Tuesday, January 5, 2010

Become a Color Commentator

I have been itching to explore something with you.  It is a concept that I bumped into when Superman was in his early stages of Autism recovery. I was obsessed with finding strategies that might help him be more comfy in the light of our world.  I knew that ABA based strategies were not the answer.  A smart, smart woman by the name of Viv Hazel made an offhand comment about how we have to be our kiddos' frontal lobe.  We have to interpret for them until they can do it on their own. So I began my exploration and experimentation.  Here is what I ended up with.

Kiddos with Autism (and, I found by trial and error, EBD kiddos) need someone to help them interpret what is going on (rather than consequencing them)  They have weak filters.  They have no way of understanding social cause and effect and many have trouble interpreting other sorts of cause and effect. 

Pay attention here!  This is why you rarely see an EBD kiddo no longer need EBD services.  This is why kids with Autism who only receive ABA based therapy can say some superficial things by rote, but lack connection or spontaneity. Shaping behaviors with points and level systems may help make some minor short term changes in negative behaviors, but they generally cause those same behaviors to come back with a vengeance once the systems are removed. 

What I have found to be the most effective strategy is to be an interpreter and commentator.  It's a full time job.  You have to be ever-vigilant.  There is no down time. It's like helping someone learn a second language and we all know that emersion is the best way.  So be ready to talk nonstop.  (I love that part!)

So, what you do is provide constant commentary about what is going on.  Include what affect you are noticing from the kiddo you are helping.  It has to be as straight forward factual as possible.

Here is how it works.  And it really works!  That's the beauty of it.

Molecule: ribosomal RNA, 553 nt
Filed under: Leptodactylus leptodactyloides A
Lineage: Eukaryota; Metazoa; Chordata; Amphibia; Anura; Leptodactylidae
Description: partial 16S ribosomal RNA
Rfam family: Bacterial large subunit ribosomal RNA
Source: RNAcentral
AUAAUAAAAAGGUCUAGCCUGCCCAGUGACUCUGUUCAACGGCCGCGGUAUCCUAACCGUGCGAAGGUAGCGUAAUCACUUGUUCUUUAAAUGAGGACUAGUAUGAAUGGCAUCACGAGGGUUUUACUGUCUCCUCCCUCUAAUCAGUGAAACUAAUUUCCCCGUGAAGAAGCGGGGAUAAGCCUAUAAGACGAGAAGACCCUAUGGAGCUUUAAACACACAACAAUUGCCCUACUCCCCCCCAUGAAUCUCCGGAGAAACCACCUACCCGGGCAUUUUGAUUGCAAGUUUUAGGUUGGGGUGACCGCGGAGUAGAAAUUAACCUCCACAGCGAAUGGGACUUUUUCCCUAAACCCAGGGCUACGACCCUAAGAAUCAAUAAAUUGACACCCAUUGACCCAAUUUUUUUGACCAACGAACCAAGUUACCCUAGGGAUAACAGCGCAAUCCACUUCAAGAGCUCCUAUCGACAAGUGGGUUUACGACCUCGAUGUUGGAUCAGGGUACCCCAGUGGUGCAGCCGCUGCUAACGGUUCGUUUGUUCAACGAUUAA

When a kiddo is happily coloring, you comment on that.  "I notice how you like to color.  You look really relaxed.  Your face is relaxed and I see your body is calm.  You are really focused on your coloring.

When a kiddos are playing a board game you make constant comments on all the affect you observe.  "This group of friends is happy to be together.  Joey, you are smiling.  Sammy, you seem really excited because you are bouncing in your seat.  Jack, you seem tense right now. I guess you didn't like what happened on your last turn."

Lunch duty as I am watching kids file through the lunch line-  "Hey Kimmy!  You look like you had a good morning by the smile on your face.
 Jake, you are pushing (note I did not say to stop pushing) the people in front of you.  You must be hungry! Most kiddos will self correct when you just make a comment about what you see. 

 If they don't, you can help them along by saying to the person who got pushed, "Tim, you just got pushed.  You are frowning so you are probably annoyed by being pushed, huh?"  At this point Jake will usually self correct.  If not, then correct the pushing by saying, "Jake, you just pushed Tim.  Did you know that? What can we do to make Tim feel better about being in line in front of you?"    Jake will usually offer a suggestion and follow through.  At that point you say to Tim, "You look like you feel better.  Your face doesn't look so tense.  Jake you have calmed down in line.  Look, you are almost there!"

As I teach, I am constantly providing commentary.  Constantly telling the kiddos what I see and what others see and how they are responding.  I use no judgement or scolding.  Just constant commentary.

This strategy works amazingly fast.  You will note a difference within minutes and if you keep up with it you will see lasting changes.  LASTING changes.  Changes made because connections were made. As opposed to temporary changes that are only in response to token economies, point systems or negative consequences.  

What is so hard for so many to understand that kids with behavioral issues... no matter the root causes... are doing what they do because they have not connected the dots?  These dot connections are the only way to make lasting change in behaviors and motivations.  

It is our job to help kids connect.  Give them constant nonjudgemental feedback and commentary, and I promise you will see wonderful changes.  It is very important that you make commentary in peaceful situations as well as more tense situations.  Without that, how are the kids going to truly see the difference?

Just try it.  Let me know what happens.


  1. I'm reading your blog. I'm seeing that you enjoy writing about the subject in which you are an expert. I am seeing that you could write a book. I know that others have told you that you could write a book. I think you are writing a book.

    Write your damn book already! What have you got to lose?

  2. Nice modeling of the commentary strategy! I believe I will write a book. See how effective a strategy that is?


Although I am dangerously opinionated, I am a flexible thinker and welcome your thoughts.